Simon, back in Rome, becomes aware of an odious protection racket targeting the city-wide population of beggars. They’ve been forced to give a percentage of the money they collect to a mysterious figure known only as the King of the Beggars. A young actress, Theresa (Yvonne Romain), has gone undercover in order to identify the “King” and Simon, suitably disguised, quickly takes her place (after all, he’s got much more experience of tangling with the ungodly than she has). But events take a sinister turn after Theresa is kidnapped …..
The King of the Beggars touches upon a theme previously raised in The Charitable Countess, specifically the divide between Rome’s rich and poor. As before, Simon shows sympathy towards those who have nothing, especially when one of them is brutally mown down before his eyes.
There’s plenty of familiar faces in this one – Oliver Reed (more of him in a minute), Ronnie Corbett (credited more formally as Ronald) and Warren Mitchell, who was making his third and final appearance as Simon’s Rome-based helper, Marco. Moore and Mitchell slip easily back into their bantering partnership (Simon offers Marco a drink – he asks for a large whisky, but receives a small coffee instead!). Marco is again partly present to give us the opposite view about beggars – he regards them as a workshy nuisance, whilst Simon is much more forgiving about the plight they’ve found themselves in.
Oliver Reed’s imposing physical presence is immediately evident. As Joe Catilli, a member of the protection racket, he glowers splendidly and it isn’t long before he and the Saint come to blows. Their bout of fisticuffs may be brief, but it feels quite convincing. They tangle on several later occasions as well, with the most entertaining being when the Saint uses Catalli as an unwilling guinea pig in order to demonstrate to a group of impressively bearded vagrants the best way to defend yourself from unwanted street attacks!
Last time, I raised an eyebrow (in tribute to Roger of course) at the Saint’s previously unheralded skill with disguises. Remarkably he’s at it again today – a pair of dark glasses, a little bit of stubble, mussed hair and he’s instantly transformed into a blind beggar. It’s ever so slightly awkward though that he’s then approached by Catilli, who doesn’t seem to connect this blind beggar to the young chap who had earlier duffed him up. I mean, it’s not that great a disguise.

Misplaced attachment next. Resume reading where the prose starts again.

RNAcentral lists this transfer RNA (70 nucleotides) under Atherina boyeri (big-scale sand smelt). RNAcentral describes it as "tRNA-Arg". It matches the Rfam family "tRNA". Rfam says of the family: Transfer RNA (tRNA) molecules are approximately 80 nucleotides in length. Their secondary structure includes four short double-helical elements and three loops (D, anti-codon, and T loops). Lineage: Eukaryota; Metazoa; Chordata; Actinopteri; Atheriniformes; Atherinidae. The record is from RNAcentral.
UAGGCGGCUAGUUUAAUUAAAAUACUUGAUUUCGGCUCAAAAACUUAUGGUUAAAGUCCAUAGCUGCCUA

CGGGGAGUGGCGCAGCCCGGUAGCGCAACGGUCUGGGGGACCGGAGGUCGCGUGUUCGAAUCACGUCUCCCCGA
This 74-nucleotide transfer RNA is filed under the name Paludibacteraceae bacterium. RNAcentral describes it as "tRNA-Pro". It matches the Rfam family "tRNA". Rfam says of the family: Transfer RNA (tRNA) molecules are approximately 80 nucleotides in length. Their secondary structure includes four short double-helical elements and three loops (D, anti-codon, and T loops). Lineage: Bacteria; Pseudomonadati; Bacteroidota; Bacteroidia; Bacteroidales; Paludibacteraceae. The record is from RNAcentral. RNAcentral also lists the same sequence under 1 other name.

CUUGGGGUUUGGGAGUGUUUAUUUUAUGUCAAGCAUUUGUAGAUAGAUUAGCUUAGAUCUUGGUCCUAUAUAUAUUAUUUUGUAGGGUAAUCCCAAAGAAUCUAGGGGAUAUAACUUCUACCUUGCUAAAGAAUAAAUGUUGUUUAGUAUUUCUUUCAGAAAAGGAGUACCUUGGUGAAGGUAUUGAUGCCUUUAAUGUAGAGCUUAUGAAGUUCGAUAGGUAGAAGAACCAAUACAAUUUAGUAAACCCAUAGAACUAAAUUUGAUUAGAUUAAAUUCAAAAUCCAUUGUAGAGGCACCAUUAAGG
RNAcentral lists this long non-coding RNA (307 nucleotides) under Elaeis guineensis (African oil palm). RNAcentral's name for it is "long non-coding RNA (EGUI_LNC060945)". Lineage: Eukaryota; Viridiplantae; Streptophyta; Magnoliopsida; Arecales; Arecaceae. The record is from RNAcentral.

Marco and Simon are teamed up for several very enjoyable scenes. One of my favourites sees them interrogating an uncommunicative member of the gang. But never fear, Marco has a pair of pliers in his pocket and attempts to give him an instant spot of rough dentistry!
Who could the King of the Beggars be? We’re introduced to Stephen Elliot (John McLaren), a philanthropic American who appears to share Simon’s distress at the plight of Rome’s displaced citizens. But everything points to the fact that this upstanding man will later be revealed to be the “King”. Or will there be a twist? Hmm ……
John McLaren seems a little stiff, although this may be due to the character he’s playing and not a lack of acting ability. More naturalistic is Maxine Audley as the Contessa Dolores Marcello. Dolores and Elliot first encountered the Saint when he was wearing his beggar disguise and when they all meet again at a swanky party she quickly makes the connection (which is more than Elliot did).
But it seems that Catalli eventually did twig as well, as Simon finds himself drinking a cup of drugged chocolate at the flop house run by Maria Calvetti (Jessie Robins). As Simon slumps to the floor, Catalli pops up in a typically menacing fashion. Maria and Catalli then team up to interrogate the kidnapped Theresa. A shame that Robins’ role isn’t larger as Maria’s got a nice line in threats. “Miss Mantania, don’t get rough with me. I can knock you right through the wall”. I believe her ….
One of two novellas from the 1948 book Call for the Saint, Charteris’ story was set in Chicago, with Simon’s regular sidekick – Hoppy – assisting him. Marco performs a similar function in the teleplay (and is considerably less irritating). Many of the characters are essentially the same, although the names have naturally been changed to rather more Italianate ones.
John Gillings’ teleplay retains all the essential story beats of the original, including the chess piece left behind by the abducted Theresa (which gives Simon a vital clue). The identity of the “King” is a decent twist and together with the strong guest cast, headed by Reed and Mitchell, it helps to make this another very solid story. Four halos out of five.